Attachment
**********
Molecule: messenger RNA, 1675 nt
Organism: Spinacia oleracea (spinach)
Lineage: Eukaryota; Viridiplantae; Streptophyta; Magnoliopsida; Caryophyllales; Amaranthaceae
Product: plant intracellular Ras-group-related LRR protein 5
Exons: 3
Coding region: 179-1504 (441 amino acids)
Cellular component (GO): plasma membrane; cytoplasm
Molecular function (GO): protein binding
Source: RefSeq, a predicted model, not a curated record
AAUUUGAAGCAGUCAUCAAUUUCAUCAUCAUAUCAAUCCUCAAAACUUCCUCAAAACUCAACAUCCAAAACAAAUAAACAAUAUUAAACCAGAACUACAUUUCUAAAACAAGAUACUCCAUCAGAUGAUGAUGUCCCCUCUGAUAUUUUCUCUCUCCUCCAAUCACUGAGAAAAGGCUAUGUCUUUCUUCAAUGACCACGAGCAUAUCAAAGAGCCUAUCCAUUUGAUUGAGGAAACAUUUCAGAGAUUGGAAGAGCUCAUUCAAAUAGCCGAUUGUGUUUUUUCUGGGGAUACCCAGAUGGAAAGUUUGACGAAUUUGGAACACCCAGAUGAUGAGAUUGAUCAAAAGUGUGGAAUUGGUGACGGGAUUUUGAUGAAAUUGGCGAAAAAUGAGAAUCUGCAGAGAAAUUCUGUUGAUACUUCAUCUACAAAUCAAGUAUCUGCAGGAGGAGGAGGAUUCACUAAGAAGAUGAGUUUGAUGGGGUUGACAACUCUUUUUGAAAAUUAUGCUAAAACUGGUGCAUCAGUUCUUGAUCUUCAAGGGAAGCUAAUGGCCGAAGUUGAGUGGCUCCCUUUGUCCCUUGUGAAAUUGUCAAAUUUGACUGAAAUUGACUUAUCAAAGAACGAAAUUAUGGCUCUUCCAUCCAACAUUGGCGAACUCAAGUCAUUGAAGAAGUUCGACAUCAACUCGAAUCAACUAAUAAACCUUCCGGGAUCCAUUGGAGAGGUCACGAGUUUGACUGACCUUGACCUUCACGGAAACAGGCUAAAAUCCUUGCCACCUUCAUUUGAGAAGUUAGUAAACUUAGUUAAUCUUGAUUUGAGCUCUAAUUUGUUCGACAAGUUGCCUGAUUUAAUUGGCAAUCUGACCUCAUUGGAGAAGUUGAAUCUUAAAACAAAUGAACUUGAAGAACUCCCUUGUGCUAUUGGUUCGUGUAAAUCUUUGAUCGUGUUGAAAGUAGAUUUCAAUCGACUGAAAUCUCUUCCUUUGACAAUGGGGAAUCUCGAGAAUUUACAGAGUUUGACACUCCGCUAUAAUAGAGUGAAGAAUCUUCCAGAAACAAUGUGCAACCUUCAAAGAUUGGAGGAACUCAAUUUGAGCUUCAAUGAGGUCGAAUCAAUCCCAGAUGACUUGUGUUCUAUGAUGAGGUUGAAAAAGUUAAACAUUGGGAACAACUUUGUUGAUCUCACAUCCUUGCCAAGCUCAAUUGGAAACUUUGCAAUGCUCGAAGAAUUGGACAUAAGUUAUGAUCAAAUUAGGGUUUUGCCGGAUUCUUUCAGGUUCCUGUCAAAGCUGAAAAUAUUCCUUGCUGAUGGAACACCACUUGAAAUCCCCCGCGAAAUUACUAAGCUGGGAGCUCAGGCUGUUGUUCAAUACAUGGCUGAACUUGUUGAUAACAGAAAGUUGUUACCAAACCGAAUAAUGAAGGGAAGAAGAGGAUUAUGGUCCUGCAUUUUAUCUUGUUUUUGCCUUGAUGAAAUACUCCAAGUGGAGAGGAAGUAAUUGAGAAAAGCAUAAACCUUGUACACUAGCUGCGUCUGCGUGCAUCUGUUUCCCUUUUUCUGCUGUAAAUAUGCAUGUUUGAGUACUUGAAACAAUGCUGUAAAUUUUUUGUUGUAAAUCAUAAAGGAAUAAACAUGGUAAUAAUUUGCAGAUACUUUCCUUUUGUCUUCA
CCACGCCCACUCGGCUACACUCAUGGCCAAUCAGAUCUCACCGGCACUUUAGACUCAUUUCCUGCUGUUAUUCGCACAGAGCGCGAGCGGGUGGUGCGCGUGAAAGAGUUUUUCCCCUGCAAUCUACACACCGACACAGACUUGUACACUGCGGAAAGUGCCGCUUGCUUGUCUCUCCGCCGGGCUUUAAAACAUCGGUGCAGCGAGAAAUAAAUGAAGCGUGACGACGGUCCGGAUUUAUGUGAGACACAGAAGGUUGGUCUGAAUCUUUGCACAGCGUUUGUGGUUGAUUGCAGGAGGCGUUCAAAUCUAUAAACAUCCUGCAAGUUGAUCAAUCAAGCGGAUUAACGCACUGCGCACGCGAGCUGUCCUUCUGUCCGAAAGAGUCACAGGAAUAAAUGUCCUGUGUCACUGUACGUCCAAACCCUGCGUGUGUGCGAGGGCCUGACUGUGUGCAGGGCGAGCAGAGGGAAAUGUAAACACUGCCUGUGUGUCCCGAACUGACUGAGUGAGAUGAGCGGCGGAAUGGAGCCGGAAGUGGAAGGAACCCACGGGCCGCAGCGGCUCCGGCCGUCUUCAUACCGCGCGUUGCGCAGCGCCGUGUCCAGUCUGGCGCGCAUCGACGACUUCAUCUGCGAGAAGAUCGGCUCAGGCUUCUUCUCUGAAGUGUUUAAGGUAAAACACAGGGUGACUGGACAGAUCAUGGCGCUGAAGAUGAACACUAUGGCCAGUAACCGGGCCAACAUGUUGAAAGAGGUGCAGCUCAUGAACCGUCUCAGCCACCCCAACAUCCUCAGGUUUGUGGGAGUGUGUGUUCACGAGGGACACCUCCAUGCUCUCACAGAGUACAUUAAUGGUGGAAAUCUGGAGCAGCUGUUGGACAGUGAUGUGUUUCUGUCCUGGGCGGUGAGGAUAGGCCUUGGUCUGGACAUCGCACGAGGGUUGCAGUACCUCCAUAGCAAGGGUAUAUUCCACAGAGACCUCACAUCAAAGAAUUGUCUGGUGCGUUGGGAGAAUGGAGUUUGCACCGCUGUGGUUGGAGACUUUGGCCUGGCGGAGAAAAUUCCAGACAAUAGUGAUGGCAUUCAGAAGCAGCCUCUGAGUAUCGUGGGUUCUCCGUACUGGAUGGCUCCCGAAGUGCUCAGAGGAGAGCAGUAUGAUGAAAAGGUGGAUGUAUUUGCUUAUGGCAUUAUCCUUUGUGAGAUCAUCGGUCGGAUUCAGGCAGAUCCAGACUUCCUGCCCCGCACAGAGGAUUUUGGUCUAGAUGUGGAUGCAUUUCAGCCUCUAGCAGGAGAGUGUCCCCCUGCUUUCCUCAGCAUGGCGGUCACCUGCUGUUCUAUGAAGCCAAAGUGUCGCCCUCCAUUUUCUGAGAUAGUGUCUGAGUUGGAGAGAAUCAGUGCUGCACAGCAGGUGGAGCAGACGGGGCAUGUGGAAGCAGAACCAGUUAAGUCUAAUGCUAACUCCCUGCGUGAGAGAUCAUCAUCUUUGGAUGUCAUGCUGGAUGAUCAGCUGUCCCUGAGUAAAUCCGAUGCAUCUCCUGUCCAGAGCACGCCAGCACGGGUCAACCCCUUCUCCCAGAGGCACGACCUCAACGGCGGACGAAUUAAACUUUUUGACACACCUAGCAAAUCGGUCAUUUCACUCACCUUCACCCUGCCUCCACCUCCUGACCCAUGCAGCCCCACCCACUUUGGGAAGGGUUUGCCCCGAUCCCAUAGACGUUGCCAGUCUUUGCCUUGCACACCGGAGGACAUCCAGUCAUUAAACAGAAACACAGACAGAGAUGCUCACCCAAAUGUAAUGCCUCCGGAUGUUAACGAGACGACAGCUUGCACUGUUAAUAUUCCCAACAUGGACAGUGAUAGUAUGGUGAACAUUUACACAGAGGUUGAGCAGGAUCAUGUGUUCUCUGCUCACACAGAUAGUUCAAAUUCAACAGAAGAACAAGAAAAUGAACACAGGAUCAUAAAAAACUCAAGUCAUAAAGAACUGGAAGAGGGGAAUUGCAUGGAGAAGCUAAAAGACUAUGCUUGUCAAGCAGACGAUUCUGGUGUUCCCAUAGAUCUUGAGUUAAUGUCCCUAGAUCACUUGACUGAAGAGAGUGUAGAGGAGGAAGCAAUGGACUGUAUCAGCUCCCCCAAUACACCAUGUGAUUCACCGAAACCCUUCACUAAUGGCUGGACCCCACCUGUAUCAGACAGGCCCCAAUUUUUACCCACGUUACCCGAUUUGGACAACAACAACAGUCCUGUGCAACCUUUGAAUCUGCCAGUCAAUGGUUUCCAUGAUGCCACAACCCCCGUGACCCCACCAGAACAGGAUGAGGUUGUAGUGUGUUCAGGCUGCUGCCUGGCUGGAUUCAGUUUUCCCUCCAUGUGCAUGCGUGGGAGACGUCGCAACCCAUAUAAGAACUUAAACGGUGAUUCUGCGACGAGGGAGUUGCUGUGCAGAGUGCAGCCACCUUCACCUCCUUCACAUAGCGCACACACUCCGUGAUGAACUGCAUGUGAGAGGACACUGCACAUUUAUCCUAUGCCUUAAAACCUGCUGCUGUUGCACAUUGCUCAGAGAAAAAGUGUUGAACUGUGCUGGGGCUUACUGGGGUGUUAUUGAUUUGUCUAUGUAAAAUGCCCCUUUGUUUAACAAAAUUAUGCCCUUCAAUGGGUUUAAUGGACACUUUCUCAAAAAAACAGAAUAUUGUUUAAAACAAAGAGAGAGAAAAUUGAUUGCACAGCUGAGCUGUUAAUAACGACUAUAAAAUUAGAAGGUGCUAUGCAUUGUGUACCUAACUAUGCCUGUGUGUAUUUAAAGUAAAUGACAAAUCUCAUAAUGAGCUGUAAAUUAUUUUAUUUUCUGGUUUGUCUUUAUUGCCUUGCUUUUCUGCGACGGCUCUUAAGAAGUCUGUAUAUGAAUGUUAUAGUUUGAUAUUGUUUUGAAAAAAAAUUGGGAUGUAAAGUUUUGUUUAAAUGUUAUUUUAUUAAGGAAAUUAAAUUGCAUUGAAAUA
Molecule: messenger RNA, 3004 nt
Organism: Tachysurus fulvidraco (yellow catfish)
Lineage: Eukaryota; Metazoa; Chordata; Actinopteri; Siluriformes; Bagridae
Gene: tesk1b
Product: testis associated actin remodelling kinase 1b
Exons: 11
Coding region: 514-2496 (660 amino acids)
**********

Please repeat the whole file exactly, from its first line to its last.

Molecule: messenger RNA, 1675 nt
Organism: Spinacia oleracea (spinach)
Lineage: Eukaryota; Viridiplantae; Streptophyta; Magnoliopsida; Caryophyllales; Amaranthaceae
Product: plant intracellular Ras-group-related LRR protein 5
Exons: 3
Coding region: 179-1504 (441 amino acids)
Cellular component (GO): plasma membrane; cytoplasm
Molecular function (GO): protein binding
Source: RefSeq, a predicted model, not a curated record
AAUUUGAAGCAGUCAUCAAUUUCAUCAUCAUAUCAAUCCUCAAAACUUCCUCAAAACUCAACAUCCAAAACAAAUAAACAAUAUUAAACCAGAACUACAUUUCUAAAACAAGAUACUCCAUCAGAUGAUGAUGUCCCCUCUGAUAUUUUCUCUCUCCUCCAAUCACUGAGAAAAGGCUAUGUCUUUCUUCAAUGACCACGAGCAUAUCAAAGAGCCUAUCCAUUUGAUUGAGGAAACAUUUCAGAGAUUGGAAGAGCUCAUUCAAAUAGCCGAUUGUGUUUUUUCUGGGGAUACCCAGAUGGAAAGUUUGACGAAUUUGGAACACCCAGAUGAUGAGAUUGAUCAAAAGUGUGGAAUUGGUGACGGGAUUUUGAUGAAAUUGGCGAAAAAUGAGAAUCUGCAGAGAAAUUCUGUUGAUACUUCAUCUACAAAUCAAGUAUCUGCAGGAGGAGGAGGAUUCACUAAGAAGAUGAGUUUGAUGGGGUUGACAACUCUUUUUGAAAAUUAUGCUAAAACUGGUGCAUCAGUUCUUGAUCUUCAAGGGAAGCUAAUGGCCGAAGUUGAGUGGCUCCCUUUGUCCCUUGUGAAAUUGUCAAAUUUGACUGAAAUUGACUUAUCAAAGAACGAAAUUAUGGCUCUUCCAUCCAACAUUGGCGAACUCAAGUCAUUGAAGAAGUUCGACAUCAACUCGAAUCAACUAAUAAACCUUCCGGGAUCCAUUGGAGAGGUCACGAGUUUGACUGACCUUGACCUUCACGGAAACAGGCUAAAAUCCUUGCCACCUUCAUUUGAGAAGUUAGUAAACUUAGUUAAUCUUGAUUUGAGCUCUAAUUUGUUCGACAAGUUGCCUGAUUUAAUUGGCAAUCUGACCUCAUUGGAGAAGUUGAAUCUUAAAACAAAUGAACUUGAAGAACUCCCUUGUGCUAUUGGUUCGUGUAAAUCUUUGAUCGUGUUGAAAGUAGAUUUCAAUCGACUGAAAUCUCUUCCUUUGACAAUGGGGAAUCUCGAGAAUUUACAGAGUUUGACACUCCGCUAUAAUAGAGUGAAGAAUCUUCCAGAAACAAUGUGCAACCUUCAAAGAUUGGAGGAACUCAAUUUGAGCUUCAAUGAGGUCGAAUCAAUCCCAGAUGACUUGUGUUCUAUGAUGAGGUUGAAAAAGUUAAACAUUGGGAACAACUUUGUUGAUCUCACAUCCUUGCCAAGCUCAAUUGGAAACUUUGCAAUGCUCGAAGAAUUGGACAUAAGUUAUGAUCAAAUUAGGGUUUUGCCGGAUUCUUUCAGGUUCCUGUCAAAGCUGAAAAUAUUCCUUGCUGAUGGAACACCACUUGAAAUCCCCCGCGAAAUUACUAAGCUGGGAGCUCAGGCUGUUGUUCAAUACAUGGCUGAACUUGUUGAUAACAGAAAGUUGUUACCAAACCGAAUAAUGAAGGGAAGAAGAGGAUUAUGGUCCUGCAUUUUAUCUUGUUUUUGCCUUGAUGAAAUACUCCAAGUGGAGAGGAAGUAAUUGAGAAAAGCAUAAACCUUGUACACUAGCUGCGUCUGCGUGCAUCUGUUUCCCUUUUUCUGCUGUAAAUAUGCAUGUUUGAGUACUUGAAACAAUGCUGUAAAUUUUUUGUUGUAAAUCAUAAAGGAAUAAACAUGGUAAUAAUUUGCAGAUACUUUCCUUUUGUCUUCA
CCACGCCCACUCGGCUACACUCAUGGCCAAUCAGAUCUCACCGGCACUUUAGACUCAUUUCCUGCUGUUAUUCGCACAGAGCGCGAGCGGGUGGUGCGCGUGAAAGAGUUUUUCCCCUGCAAUCUACACACCGACACAGACUUGUACACUGCGGAAAGUGCCGCUUGCUUGUCUCUCCGCCGGGCUUUAAAACAUCGGUGCAGCGAGAAAUAAAUGAAGCGUGACGACGGUCCGGAUUUAUGUGAGACACAGAAGGUUGGUCUGAAUCUUUGCACAGCGUUUGUGGUUGAUUGCAGGAGGCGUUCAAAUCUAUAAACAUCCUGCAAGUUGAUCAAUCAAGCGGAUUAACGCACUGCGCACGCGAGCUGUCCUUCUGUCCGAAAGAGUCACAGGAAUAAAUGUCCUGUGUCACUGUACGUCCAAACCCUGCGUGUGUGCGAGGGCCUGACUGUGUGCAGGGCGAGCAGAGGGAAAUGUAAACACUGCCUGUGUGUCCCGAACUGACUGAGUGAGAUGAGCGGCGGAAUGGAGCCGGAAGUGGAAGGAACCCACGGGCCGCAGCGGCUCCGGCCGUCUUCAUACCGCGCGUUGCGCAGCGCCGUGUCCAGUCUGGCGCGCAUCGACGACUUCAUCUGCGAGAAGAUCGGCUCAGGCUUCUUCUCUGAAGUGUUUAAGGUAAAACACAGGGUGACUGGACAGAUCAUGGCGCUGAAGAUGAACACUAUGGCCAGUAACCGGGCCAACAUGUUGAAAGAGGUGCAGCUCAUGAACCGUCUCAGCCACCCCAACAUCCUCAGGUUUGUGGGAGUGUGUGUUCACGAGGGACACCUCCAUGCUCUCACAGAGUACAUUAAUGGUGGAAAUCUGGAGCAGCUGUUGGACAGUGAUGUGUUUCUGUCCUGGGCGGUGAGGAUAGGCCUUGGUCUGGACAUCGCACGAGGGUUGCAGUACCUCCAUAGCAAGGGUAUAUUCCACAGAGACCUCACAUCAAAGAAUUGUCUGGUGCGUUGGGAGAAUGGAGUUUGCACCGCUGUGGUUGGAGACUUUGGCCUGGCGGAGAAAAUUCCAGACAAUAGUGAUGGCAUUCAGAAGCAGCCUCUGAGUAUCGUGGGUUCUCCGUACUGGAUGGCUCCCGAAGUGCUCAGAGGAGAGCAGUAUGAUGAAAAGGUGGAUGUAUUUGCUUAUGGCAUUAUCCUUUGUGAGAUCAUCGGUCGGAUUCAGGCAGAUCCAGACUUCCUGCCCCGCACAGAGGAUUUUGGUCUAGAUGUGGAUGCAUUUCAGCCUCUAGCAGGAGAGUGUCCCCCUGCUUUCCUCAGCAUGGCGGUCACCUGCUGUUCUAUGAAGCCAAAGUGUCGCCCUCCAUUUUCUGAGAUAGUGUCUGAGUUGGAGAGAAUCAGUGCUGCACAGCAGGUGGAGCAGACGGGGCAUGUGGAAGCAGAACCAGUUAAGUCUAAUGCUAACUCCCUGCGUGAGAGAUCAUCAUCUUUGGAUGUCAUGCUGGAUGAUCAGCUGUCCCUGAGUAAAUCCGAUGCAUCUCCUGUCCAGAGCACGCCAGCACGGGUCAACCCCUUCUCCCAGAGGCACGACCUCAACGGCGGACGAAUUAAACUUUUUGACACACCUAGCAAAUCGGUCAUUUCACUCACCUUCACCCUGCCUCCACCUCCUGACCCAUGCAGCCCCACCCACUUUGGGAAGGGUUUGCCCCGAUCCCAUAGACGUUGCCAGUCUUUGCCUUGCACACCGGAGGACAUCCAGUCAUUAAACAGAAACACAGACAGAGAUGCUCACCCAAAUGUAAUGCCUCCGGAUGUUAACGAGACGACAGCUUGCACUGUUAAUAUUCCCAACAUGGACAGUGAUAGUAUGGUGAACAUUUACACAGAGGUUGAGCAGGAUCAUGUGUUCUCUGCUCACACAGAUAGUUCAAAUUCAACAGAAGAACAAGAAAAUGAACACAGGAUCAUAAAAAACUCAAGUCAUAAAGAACUGGAAGAGGGGAAUUGCAUGGAGAAGCUAAAAGACUAUGCUUGUCAAGCAGACGAUUCUGGUGUUCCCAUAGAUCUUGAGUUAAUGUCCCUAGAUCACUUGACUGAAGAGAGUGUAGAGGAGGAAGCAAUGGACUGUAUCAGCUCCCCCAAUACACCAUGUGAUUCACCGAAACCCUUCACUAAUGGCUGGACCCCACCUGUAUCAGACAGGCCCCAAUUUUUACCCACGUUACCCGAUUUGGACAACAACAACAGUCCUGUGCAACCUUUGAAUCUGCCAGUCAAUGGUUUCCAUGAUGCCACAACCCCCGUGACCCCACCAGAACAGGAUGAGGUUGUAGUGUGUUCAGGCUGCUGCCUGGCUGGAUUCAGUUUUCCCUCCAUGUGCAUGCGUGGGAGACGUCGCAACCCAUAUAAGAACUUAAACGGUGAUUCUGCGACGAGGGAGUUGCUGUGCAGAGUGCAGCCACCUUCACCUCCUUCACAUAGCGCACACACUCCGUGAUGAACUGCAUGUGAGAGGACACUGCACAUUUAUCCUAUGCCUUAAAACCUGCUGCUGUUGCACAUUGCUCAGAGAAAAAGUGUUGAACUGUGCUGGGGCUUACUGGGGUGUUAUUGAUUUGUCUAUGUAAAAUGCCCCUUUGUUUAACAAAAUUAUGCCCUUCAAUGGGUUUAAUGGACACUUUCUCAAAAAAACAGAAUAUUGUUUAAAACAAAGAGAGAGAAAAUUGAUUGCACAGCUGAGCUGUUAAUAACGACUAUAAAAUUAGAAGGUGCUAUGCAUUGUGUACCUAACUAUGCCUGUGUGUAUUUAAAGUAAAUGACAAAUCUCAUAAUGAGCUGUAAAUUAUUUUAUUUUCUGGUUUGUCUUUAUUGCCUUGCUUUUCUGCGACGGCUCUUAAGAAGUCUGUAUAUGAAUGUUAUAGUUUGAUAUUGUUUUGAAAAAAAAUUGGGAUGUAAAGUUUUGUUUAAAUGUUAUUUUAUUAAGGAAAUUAAAUUGCAUUGAAAUA
Molecule: messenger RNA, 3004 nt
Organism: Tachysurus fulvidraco (yellow catfish)
Lineage: Eukaryota; Metazoa; Chordata; Actinopteri; Siluriformes; Bagridae
Gene: tesk1b
Product: testis associated actin remodelling kinase 1b
Exons: 11
Coding region: 514-2496 (660 amino acids)